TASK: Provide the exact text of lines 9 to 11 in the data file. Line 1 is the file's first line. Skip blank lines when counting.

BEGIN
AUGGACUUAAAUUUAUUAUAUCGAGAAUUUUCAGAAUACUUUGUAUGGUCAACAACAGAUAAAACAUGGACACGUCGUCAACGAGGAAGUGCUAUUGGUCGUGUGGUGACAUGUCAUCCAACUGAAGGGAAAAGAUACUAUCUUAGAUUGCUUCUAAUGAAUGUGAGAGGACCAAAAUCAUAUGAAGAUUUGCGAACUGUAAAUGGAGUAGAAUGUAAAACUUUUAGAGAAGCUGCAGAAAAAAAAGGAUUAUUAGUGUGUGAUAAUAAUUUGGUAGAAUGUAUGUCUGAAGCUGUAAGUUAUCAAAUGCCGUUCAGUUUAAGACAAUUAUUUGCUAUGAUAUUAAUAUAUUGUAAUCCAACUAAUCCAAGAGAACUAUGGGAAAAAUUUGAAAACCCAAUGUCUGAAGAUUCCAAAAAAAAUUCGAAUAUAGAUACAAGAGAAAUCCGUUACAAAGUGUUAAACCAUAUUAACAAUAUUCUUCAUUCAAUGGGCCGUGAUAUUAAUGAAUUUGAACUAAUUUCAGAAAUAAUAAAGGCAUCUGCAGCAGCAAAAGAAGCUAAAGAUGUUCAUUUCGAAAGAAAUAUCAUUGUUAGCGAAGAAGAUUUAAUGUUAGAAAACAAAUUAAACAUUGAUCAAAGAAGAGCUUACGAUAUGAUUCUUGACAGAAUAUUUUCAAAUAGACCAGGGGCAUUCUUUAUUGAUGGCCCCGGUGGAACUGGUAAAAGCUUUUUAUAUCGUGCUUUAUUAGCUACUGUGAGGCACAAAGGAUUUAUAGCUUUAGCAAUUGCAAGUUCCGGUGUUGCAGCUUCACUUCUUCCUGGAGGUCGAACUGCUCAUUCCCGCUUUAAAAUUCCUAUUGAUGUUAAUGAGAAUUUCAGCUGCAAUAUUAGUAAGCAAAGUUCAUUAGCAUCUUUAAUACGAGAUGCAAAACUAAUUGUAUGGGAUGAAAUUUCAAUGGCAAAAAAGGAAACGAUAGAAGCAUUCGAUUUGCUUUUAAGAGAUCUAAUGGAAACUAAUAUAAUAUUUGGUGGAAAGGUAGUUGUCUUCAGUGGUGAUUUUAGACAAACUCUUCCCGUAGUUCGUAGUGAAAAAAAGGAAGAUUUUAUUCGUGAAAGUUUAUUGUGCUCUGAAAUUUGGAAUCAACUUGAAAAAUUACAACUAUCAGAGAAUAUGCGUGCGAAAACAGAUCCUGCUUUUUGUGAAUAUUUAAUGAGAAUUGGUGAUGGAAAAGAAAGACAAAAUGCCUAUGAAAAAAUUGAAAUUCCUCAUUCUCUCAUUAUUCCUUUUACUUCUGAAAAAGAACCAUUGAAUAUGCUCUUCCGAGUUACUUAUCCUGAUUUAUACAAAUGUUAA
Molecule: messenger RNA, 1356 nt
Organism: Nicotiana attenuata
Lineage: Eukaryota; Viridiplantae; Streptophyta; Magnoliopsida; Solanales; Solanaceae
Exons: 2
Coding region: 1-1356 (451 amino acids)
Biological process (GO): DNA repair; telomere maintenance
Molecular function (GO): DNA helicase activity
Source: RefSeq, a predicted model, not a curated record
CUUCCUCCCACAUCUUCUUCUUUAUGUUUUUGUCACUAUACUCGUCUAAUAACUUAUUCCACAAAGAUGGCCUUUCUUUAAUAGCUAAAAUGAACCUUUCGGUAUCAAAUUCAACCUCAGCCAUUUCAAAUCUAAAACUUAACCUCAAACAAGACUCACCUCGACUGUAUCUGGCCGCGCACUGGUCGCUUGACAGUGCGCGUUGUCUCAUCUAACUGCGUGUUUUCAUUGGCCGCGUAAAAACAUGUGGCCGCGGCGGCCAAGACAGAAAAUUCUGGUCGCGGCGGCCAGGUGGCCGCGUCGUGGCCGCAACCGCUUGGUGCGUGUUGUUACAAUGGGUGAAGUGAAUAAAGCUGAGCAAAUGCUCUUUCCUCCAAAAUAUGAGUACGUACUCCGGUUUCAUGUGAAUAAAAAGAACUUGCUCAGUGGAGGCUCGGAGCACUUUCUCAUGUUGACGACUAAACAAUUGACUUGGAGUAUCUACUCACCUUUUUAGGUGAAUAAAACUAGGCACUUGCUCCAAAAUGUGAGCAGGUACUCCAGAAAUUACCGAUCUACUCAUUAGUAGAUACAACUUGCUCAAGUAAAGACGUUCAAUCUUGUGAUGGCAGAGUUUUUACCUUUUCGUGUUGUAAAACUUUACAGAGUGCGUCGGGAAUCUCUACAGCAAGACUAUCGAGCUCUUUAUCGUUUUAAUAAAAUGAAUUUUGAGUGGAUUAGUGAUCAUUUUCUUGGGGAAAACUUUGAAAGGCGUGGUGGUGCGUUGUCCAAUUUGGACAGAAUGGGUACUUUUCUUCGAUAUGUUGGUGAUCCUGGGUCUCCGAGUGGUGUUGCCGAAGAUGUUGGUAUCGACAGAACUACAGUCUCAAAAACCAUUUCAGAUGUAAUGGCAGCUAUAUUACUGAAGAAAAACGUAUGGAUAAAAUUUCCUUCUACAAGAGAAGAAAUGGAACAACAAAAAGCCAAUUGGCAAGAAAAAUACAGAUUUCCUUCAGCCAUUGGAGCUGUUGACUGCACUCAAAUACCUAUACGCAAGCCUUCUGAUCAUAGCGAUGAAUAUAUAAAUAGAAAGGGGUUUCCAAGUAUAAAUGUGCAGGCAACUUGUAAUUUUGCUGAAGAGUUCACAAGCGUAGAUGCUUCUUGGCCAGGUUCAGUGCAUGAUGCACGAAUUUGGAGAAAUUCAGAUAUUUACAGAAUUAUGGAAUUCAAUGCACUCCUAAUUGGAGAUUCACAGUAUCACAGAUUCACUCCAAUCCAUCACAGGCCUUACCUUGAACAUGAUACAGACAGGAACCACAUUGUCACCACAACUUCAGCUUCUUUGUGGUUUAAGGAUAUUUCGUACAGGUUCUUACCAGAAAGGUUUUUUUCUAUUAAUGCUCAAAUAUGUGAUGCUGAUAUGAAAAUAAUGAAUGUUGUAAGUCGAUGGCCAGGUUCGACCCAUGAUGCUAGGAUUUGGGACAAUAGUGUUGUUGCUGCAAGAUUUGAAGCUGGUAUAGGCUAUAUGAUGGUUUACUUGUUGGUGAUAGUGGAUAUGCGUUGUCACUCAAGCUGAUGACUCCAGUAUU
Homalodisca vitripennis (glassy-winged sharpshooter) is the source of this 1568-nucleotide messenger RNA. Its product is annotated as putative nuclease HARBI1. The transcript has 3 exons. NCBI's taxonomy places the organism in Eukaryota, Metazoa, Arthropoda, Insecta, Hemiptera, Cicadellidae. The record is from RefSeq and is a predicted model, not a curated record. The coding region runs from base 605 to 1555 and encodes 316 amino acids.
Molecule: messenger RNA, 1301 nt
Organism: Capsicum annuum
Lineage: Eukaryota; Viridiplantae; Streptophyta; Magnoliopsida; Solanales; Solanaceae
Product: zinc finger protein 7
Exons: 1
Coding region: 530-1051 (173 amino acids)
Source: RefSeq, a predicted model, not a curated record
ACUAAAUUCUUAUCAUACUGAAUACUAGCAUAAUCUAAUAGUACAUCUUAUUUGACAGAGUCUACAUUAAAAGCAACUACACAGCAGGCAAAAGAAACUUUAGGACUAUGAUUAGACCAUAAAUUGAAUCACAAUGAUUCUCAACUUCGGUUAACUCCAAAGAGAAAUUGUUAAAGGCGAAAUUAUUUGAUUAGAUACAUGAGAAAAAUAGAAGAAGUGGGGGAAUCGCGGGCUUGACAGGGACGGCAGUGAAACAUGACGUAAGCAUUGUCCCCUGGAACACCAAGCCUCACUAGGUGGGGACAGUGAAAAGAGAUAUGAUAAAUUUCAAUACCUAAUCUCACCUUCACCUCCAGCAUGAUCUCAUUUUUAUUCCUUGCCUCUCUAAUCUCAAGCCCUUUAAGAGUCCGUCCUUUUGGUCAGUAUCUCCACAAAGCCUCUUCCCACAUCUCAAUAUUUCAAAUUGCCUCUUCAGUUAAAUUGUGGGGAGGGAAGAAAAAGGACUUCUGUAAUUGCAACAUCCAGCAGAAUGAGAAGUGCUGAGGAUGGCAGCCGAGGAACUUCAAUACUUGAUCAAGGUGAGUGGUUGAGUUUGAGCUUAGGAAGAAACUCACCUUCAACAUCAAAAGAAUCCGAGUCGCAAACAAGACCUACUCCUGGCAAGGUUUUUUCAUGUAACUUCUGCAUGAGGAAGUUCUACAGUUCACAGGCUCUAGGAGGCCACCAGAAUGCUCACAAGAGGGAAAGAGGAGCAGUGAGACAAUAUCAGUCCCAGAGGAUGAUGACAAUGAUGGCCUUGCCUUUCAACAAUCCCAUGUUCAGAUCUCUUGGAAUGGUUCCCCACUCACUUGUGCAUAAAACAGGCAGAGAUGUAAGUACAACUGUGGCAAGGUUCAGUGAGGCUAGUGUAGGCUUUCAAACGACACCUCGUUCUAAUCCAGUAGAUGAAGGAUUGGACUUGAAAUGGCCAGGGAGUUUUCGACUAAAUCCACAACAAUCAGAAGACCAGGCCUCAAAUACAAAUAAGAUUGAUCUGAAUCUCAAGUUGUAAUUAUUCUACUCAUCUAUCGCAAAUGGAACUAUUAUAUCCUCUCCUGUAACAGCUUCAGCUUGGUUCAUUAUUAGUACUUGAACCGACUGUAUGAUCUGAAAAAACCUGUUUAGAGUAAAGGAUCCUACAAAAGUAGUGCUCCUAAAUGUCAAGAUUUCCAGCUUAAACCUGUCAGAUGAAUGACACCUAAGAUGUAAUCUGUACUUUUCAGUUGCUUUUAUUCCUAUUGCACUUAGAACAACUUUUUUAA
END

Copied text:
Source: RefSeq, a predicted model, not a curated record
CUUCCUCCCACAUCUUCUUCUUUAUGUUUUUGUCACUAUACUCGUCUAAUAACUUAUUCCACAAAGAUGGCCUUUCUUUAAUAGCUAAAAUGAACCUUUCGGUAUCAAAUUCAACCUCAGCCAUUUCAAAUCUAAAACUUAACCUCAAACAAGACUCACCUCGACUGUAUCUGGCCGCGCACUGGUCGCUUGACAGUGCGCGUUGUCUCAUCUAACUGCGUGUUUUCAUUGGCCGCGUAAAAACAUGUGGCCGCGGCGGCCAAGACAGAAAAUUCUGGUCGCGGCGGCCAGGUGGCCGCGUCGUGGCCGCAACCGCUUGGUGCGUGUUGUUACAAUGGGUGAAGUGAAUAAAGCUGAGCAAAUGCUCUUUCCUCCAAAAUAUGAGUACGUACUCCGGUUUCAUGUGAAUAAAAAGAACUUGCUCAGUGGAGGCUCGGAGCACUUUCUCAUGUUGACGACUAAACAAUUGACUUGGAGUAUCUACUCACCUUUUUAGGUGAAUAAAACUAGGCACUUGCUCCAAAAUGUGAGCAGGUACUCCAGAAAUUACCGAUCUACUCAUUAGUAGAUACAACUUGCUCAAGUAAAGACGUUCAAUCUUGUGAUGGCAGAGUUUUUACCUUUUCGUGUUGUAAAACUUUACAGAGUGCGUCGGGAAUCUCUACAGCAAGACUAUCGAGCUCUUUAUCGUUUUAAUAAAAUGAAUUUUGAGUGGAUUAGUGAUCAUUUUCUUGGGGAAAACUUUGAAAGGCGUGGUGGUGCGUUGUCCAAUUUGGACAGAAUGGGUACUUUUCUUCGAUAUGUUGGUGAUCCUGGGUCUCCGAGUGGUGUUGCCGAAGAUGUUGGUAUCGACAGAACUACAGUCUCAAAAACCAUUUCAGAUGUAAUGGCAGCUAUAUUACUGAAGAAAAACGUAUGGAUAAAAUUUCCUUCUACAAGAGAAGAAAUGGAACAACAAAAAGCCAAUUGGCAAGAAAAAUACAGAUUUCCUUCAGCCAUUGGAGCUGUUGACUGCACUCAAAUACCUAUACGCAAGCCUUCUGAUCAUAGCGAUGAAUAUAUAAAUAGAAAGGGGUUUCCAAGUAUAAAUGUGCAGGCAACUUGUAAUUUUGCUGAAGAGUUCACAAGCGUAGAUGCUUCUUGGCCAGGUUCAGUGCAUGAUGCACGAAUUUGGAGAAAUUCAGAUAUUUACAGAAUUAUGGAAUUCAAUGCACUCCUAAUUGGAGAUUCACAGUAUCACAGAUUCACUCCAAUCCAUCACAGGCCUUACCUUGAACAUGAUACAGACAGGAACCACAUUGUCACCACAACUUCAGCUUCUUUGUGGUUUAAGGAUAUUUCGUACAGGUUCUUACCAGAAAGGUUUUUUUCUAUUAAUGCUCAAAUAUGUGAUGCUGAUAUGAAAAUAAUGAAUGUUGUAAGUCGAUGGCCAGGUUCGACCCAUGAUGCUAGGAUUUGGGACAAUAGUGUUGUUGCUGCAAGAUUUGAAGCUGGUAUAGGCUAUAUGAUGGUUUACUUGUUGGUGAUAGUGGAUAUGCGUUGUCACUCAAGCUGAUGACUCCAGUAUU
Homalodisca vitripennis (glassy-winged sharpshooter) is the source of this 1568-nucleotide messenger RNA. Its product is annotated as putative nuclease HARBI1. The transcript has 3 exons. NCBI's taxonomy places the organism in Eukaryota, Metazoa, Arthropoda, Insecta, Hemiptera, Cicadellidae. The record is from RefSeq and is a predicted model, not a curated record. The coding region runs from base 605 to 1555 and encodes 316 amino acids.